Divine Fits – A Thing Called Divine FitsBy Craig Smith • Oct 16th, 2012 • Category: Album Reviews
The concept of the ‘supergroup’ is relative and often abused. The formation itself is prone to suspicion, akin to selling out your bandmates in favour of some fresh thrills. Often it’s the point in a band’s career when the chief songwriter hits a stalemate or a stale state — ie: the last record didn’t do so well. Could you point that finger in the direction of anybody in Divine Fits? Perhaps, but I wouldn’t succumb to that kind of Transference.
Divine Fits is comprised of Britt Daniel from Spoon, Dan Boeckner from Wolf Parade, and Sam Brown of New Bomb Turks. You know, call me ignorant or maybe it’s a matter of too many bands and too few lifetimes but I wouldn’t be able to pull the last two out of a line-up or even hum one of their songs. Thus taking on A Thing Called Divine Fits purely as a waning Spoon disciple does seem to have more appeal than taking on the next Spoon album. Maybe these things can work both ways.
The songwriting on A Thing Called… is evenly divided between Boeckner and Daniel, the former taking a sinister Numan-esque prowl on opener “My Love Is Real” while Daniel follows with his atypical gruff howl and flagellating riffs on “Flaggin’ A Ride”. As disparate as those two tracks are, neither songwriter lingers in one corner too long. The tempos and moods shift track to track, from “Baby Get Worse” which shares the same syncopated rhythm as Robert Palmer’s “Some Guys Have All The Luck” to the simple acoustic read of “Civilian Stripes” that roughly amounts to Boeckner fronting Spoon for two and a half minutes.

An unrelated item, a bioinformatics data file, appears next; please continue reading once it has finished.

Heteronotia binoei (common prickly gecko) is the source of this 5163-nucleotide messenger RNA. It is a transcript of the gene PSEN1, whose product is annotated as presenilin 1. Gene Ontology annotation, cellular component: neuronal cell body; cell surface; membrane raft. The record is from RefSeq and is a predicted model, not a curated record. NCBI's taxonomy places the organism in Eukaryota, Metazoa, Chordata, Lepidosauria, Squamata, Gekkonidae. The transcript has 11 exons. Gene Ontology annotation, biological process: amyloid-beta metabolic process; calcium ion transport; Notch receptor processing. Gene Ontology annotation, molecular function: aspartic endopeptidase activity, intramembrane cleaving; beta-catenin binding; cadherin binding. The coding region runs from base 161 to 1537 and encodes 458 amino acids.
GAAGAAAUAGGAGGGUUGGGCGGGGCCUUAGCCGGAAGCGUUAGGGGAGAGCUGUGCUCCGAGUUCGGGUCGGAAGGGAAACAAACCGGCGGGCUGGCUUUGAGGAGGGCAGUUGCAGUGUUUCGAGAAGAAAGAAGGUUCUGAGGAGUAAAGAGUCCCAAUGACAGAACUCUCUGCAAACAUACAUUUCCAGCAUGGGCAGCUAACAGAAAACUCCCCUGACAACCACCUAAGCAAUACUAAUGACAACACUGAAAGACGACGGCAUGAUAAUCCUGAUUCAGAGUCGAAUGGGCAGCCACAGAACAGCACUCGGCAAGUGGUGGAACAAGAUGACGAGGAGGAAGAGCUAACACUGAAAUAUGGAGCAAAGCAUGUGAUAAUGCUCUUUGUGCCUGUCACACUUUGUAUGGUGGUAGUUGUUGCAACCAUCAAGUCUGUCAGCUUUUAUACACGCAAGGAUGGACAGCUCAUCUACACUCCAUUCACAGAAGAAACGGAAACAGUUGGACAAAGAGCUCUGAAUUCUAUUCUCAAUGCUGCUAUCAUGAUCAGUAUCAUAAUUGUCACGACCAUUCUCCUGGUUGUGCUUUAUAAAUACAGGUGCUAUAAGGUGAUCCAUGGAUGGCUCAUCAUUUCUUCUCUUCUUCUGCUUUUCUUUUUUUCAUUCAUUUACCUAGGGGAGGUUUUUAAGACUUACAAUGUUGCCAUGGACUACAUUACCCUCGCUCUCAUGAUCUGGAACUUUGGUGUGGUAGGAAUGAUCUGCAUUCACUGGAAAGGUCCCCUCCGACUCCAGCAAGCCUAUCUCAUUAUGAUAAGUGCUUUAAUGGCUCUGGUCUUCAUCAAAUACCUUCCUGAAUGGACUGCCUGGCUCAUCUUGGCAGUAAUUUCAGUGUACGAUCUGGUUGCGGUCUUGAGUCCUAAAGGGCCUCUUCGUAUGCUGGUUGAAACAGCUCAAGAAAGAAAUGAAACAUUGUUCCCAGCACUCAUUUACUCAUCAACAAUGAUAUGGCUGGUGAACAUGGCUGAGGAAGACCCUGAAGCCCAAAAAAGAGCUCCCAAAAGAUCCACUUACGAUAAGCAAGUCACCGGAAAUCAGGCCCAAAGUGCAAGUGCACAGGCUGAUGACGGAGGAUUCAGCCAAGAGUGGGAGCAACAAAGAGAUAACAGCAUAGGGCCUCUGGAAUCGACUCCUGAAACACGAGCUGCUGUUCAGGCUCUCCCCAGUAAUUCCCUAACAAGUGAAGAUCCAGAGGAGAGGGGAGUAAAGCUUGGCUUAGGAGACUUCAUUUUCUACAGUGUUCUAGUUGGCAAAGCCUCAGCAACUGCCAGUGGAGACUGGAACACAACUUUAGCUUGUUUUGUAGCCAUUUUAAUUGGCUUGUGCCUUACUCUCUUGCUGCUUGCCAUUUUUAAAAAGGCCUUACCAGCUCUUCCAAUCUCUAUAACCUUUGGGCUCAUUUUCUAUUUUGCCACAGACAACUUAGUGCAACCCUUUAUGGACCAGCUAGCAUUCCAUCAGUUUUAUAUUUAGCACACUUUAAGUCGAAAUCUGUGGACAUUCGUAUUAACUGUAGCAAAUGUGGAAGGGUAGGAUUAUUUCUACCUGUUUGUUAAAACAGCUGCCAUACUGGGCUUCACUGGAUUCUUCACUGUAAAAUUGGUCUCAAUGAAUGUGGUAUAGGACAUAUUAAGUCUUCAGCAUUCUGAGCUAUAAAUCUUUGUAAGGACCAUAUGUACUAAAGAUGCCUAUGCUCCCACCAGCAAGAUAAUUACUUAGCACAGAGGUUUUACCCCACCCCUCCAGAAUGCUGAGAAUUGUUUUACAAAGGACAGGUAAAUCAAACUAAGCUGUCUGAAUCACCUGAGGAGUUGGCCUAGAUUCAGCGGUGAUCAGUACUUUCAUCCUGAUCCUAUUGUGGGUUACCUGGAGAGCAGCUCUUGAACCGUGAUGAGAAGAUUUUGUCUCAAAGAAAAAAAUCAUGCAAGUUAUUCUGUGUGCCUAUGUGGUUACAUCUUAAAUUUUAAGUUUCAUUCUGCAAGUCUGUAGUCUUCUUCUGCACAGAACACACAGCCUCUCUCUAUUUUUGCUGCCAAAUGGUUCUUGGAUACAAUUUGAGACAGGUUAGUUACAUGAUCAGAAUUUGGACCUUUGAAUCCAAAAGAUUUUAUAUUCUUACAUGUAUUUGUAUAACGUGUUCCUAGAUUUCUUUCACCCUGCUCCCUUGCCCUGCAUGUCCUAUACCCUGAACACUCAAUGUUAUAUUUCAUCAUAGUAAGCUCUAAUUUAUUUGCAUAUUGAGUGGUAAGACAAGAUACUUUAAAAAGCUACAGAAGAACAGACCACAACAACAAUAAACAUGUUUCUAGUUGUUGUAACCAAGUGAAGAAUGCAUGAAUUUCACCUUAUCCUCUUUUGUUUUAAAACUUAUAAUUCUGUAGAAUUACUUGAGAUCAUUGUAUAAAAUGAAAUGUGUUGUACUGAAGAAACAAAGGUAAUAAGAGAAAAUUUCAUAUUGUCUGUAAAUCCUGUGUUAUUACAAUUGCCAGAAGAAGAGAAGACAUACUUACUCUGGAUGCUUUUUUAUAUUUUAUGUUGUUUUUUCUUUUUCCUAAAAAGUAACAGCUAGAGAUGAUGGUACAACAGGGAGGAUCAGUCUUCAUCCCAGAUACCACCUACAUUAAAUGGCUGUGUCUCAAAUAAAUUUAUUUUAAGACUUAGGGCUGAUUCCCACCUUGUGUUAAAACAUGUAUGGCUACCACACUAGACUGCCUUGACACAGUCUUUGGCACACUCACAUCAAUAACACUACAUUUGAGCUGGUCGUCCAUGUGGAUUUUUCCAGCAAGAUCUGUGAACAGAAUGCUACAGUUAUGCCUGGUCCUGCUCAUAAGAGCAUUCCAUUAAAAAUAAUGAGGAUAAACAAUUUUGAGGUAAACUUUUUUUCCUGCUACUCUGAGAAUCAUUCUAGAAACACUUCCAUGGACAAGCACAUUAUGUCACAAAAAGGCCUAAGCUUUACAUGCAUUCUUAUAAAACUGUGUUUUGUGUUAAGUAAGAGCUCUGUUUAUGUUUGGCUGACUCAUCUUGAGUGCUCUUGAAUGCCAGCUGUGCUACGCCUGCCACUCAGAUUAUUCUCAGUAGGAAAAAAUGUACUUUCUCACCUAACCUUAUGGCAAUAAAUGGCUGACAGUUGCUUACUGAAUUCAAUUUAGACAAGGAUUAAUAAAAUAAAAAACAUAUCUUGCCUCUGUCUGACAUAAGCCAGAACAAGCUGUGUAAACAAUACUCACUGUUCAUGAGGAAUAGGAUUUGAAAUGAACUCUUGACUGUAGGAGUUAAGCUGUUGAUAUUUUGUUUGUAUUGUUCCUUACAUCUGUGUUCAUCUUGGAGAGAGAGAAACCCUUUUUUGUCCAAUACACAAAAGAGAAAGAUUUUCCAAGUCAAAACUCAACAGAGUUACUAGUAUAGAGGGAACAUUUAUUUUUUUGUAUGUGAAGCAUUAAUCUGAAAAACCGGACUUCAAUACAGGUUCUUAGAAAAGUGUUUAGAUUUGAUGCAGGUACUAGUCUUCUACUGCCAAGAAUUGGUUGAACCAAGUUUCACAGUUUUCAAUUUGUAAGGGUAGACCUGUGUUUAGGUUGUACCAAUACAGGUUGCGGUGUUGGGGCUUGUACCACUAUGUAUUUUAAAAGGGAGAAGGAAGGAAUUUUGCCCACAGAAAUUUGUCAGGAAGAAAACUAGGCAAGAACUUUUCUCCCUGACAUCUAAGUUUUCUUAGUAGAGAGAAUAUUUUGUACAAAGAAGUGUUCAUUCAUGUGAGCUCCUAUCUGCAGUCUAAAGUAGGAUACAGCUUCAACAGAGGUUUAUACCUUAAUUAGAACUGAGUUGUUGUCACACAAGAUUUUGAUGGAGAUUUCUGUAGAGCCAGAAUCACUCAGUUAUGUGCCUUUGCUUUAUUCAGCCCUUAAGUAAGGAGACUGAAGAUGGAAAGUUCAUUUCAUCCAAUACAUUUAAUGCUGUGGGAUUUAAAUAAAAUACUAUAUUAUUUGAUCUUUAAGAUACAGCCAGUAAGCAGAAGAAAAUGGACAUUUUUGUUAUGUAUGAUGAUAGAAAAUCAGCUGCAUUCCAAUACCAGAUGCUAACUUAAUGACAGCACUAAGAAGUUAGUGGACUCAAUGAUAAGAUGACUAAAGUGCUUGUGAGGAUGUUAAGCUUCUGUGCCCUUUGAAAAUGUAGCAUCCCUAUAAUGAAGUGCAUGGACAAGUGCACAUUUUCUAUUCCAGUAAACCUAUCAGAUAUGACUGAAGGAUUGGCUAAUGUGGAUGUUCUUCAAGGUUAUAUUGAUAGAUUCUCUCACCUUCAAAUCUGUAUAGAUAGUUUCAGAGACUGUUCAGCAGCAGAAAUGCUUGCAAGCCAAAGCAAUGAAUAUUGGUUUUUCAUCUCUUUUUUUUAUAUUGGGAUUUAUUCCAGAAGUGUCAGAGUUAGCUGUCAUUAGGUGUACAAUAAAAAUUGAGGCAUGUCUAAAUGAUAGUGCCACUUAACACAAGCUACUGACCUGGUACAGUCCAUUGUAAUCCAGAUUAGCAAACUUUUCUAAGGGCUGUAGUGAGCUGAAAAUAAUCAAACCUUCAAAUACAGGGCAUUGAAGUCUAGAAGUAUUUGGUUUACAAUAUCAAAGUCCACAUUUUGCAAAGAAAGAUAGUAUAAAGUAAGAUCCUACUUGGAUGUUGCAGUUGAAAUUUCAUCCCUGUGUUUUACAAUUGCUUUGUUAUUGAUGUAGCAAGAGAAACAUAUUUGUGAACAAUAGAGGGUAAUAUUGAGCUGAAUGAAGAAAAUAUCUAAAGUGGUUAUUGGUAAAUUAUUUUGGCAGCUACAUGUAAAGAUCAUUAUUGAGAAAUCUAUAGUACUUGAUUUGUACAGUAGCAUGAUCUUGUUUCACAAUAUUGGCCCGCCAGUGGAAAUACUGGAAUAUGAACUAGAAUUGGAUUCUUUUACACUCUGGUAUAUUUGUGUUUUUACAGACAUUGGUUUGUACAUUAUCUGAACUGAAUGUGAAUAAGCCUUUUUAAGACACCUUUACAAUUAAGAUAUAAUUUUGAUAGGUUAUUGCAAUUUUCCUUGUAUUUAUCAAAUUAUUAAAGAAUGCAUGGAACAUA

The surprising cover (for an Australian band, no, for an American/Canadian band, yes) of Rowland S. Howard’s “Shivers” ends things on an awkward note. Lyrically it’s a teenage angst tune, not really the stomping ground for a trio of men in their late 30’s. As an Australian you cringe and ask “but why?”, and you can imagine Nick Launay, Nick Cave’s producer of choice for many a year, looking on in amusement as Daniel reduces the song to its basic parts, omitting the vocal hook that gave the original its vulnerability and charm.
It’s hard to deny Divine Fits their due. Even for people unaware of the back history of the songwriters involved, Divine Fits sound like a new band, not a couple of jaded musicians cutting themselves a break. With Boeckner’s synth-pop leanings and Daniel’s studied indie-rock chops — enough bases are covered to make A Thing Called Divine Fits a home run, and there’s more than enough on offer to silence the doubter and lure the new listener alike.